An emergency was declared at the San Onofre nuclear power plant this past week.
Tuesday, an emergency alert was issued at the California power plant. It was rumored to be due to a nuclear emergency but was actually prompted after an ammonia leak was detected.
Reportedly, workers detected the leak around 3 p.m. As a precaution, the few workers that were inside were evacuated and according to numerous reports, no nuclear material was released. It was determined that the plant did not pose a threat to the public.
According to the L.A. Times, Southern California Edison spokeswoman Lauren Bartlett said the leak occurred in a make-up water-treatment system in a non-nuclear part of the facility.
“As a precaution, the company evacuated employees in the area near where the leak was found… Other employees remain in other areas of the plant. There’s no immediate danger to the public. Those units are operating normally,” said the Southern California Edison in a statement to Camp Pendleton Patch, reported the Huffington Post.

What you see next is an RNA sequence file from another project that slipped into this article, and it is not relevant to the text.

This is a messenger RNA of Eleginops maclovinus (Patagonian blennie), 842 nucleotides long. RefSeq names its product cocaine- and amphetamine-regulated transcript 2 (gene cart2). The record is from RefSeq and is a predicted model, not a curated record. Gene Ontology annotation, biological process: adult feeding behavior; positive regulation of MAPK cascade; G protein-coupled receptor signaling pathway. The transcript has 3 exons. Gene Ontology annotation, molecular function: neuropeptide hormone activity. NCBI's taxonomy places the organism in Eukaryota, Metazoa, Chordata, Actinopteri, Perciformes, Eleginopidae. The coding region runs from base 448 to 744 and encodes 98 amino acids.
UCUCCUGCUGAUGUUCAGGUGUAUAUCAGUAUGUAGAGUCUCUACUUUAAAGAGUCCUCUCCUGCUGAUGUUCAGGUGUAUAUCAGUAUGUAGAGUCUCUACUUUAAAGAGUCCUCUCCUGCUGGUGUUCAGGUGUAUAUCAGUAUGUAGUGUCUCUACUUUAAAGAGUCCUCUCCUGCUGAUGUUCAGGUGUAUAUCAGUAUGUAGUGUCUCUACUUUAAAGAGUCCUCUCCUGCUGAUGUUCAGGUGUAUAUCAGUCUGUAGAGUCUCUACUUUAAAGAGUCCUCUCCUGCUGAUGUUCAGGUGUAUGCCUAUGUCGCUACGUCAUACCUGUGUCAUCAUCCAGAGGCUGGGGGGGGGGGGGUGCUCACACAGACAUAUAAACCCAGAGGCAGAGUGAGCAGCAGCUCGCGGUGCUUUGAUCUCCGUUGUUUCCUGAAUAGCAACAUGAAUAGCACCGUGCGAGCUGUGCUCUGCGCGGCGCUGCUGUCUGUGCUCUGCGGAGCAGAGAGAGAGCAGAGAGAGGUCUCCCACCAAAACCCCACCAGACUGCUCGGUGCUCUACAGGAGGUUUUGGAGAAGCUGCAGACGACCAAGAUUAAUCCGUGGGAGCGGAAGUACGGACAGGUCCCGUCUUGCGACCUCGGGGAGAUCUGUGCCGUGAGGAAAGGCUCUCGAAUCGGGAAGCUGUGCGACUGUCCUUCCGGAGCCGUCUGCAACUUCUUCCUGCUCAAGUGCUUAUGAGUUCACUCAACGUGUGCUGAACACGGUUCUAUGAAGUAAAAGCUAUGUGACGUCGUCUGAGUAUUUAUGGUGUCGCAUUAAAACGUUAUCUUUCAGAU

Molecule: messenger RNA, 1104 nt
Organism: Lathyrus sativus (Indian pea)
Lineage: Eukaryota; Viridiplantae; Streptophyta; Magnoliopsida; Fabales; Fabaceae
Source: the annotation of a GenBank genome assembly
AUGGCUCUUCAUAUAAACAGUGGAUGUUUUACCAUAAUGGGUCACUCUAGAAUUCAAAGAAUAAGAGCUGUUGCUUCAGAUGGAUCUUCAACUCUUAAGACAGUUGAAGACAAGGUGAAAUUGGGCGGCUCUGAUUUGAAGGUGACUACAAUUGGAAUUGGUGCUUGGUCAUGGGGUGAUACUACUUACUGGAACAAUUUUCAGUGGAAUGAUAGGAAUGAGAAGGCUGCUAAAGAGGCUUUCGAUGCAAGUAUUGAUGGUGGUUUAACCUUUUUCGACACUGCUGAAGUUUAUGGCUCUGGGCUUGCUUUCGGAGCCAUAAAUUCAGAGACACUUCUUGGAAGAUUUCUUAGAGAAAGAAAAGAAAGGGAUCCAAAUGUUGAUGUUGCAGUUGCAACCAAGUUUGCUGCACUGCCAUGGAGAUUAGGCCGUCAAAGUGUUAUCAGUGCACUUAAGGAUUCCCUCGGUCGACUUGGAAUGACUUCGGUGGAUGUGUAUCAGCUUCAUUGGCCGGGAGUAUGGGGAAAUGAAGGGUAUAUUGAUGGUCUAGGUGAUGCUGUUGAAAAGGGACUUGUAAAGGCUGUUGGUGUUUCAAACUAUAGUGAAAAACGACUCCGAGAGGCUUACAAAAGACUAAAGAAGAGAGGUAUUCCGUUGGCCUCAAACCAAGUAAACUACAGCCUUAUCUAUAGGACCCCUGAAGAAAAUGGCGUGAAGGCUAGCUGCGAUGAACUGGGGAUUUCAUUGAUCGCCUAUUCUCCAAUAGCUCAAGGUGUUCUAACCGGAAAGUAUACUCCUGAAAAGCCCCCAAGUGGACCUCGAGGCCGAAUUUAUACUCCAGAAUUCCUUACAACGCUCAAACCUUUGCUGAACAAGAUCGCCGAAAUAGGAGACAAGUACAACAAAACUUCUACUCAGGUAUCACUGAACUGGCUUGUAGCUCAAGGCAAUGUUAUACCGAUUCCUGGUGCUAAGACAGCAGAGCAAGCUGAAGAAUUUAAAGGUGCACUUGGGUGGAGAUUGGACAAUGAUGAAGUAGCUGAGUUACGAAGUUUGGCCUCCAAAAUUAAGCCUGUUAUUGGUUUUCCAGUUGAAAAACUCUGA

The alert was a Level Two, out of four emergency levels, and means potential substandard degradation in the level of safety of the plant. According to the Huffington Post, the alert was the lowest of the four possible emergency classifications used by the nuclear industry.
The alert at the plant was called off shortly after 6 p.m. and normal operations were resumed, the Orange County Emergency Operations center said in a statement, according to the L.A. Times.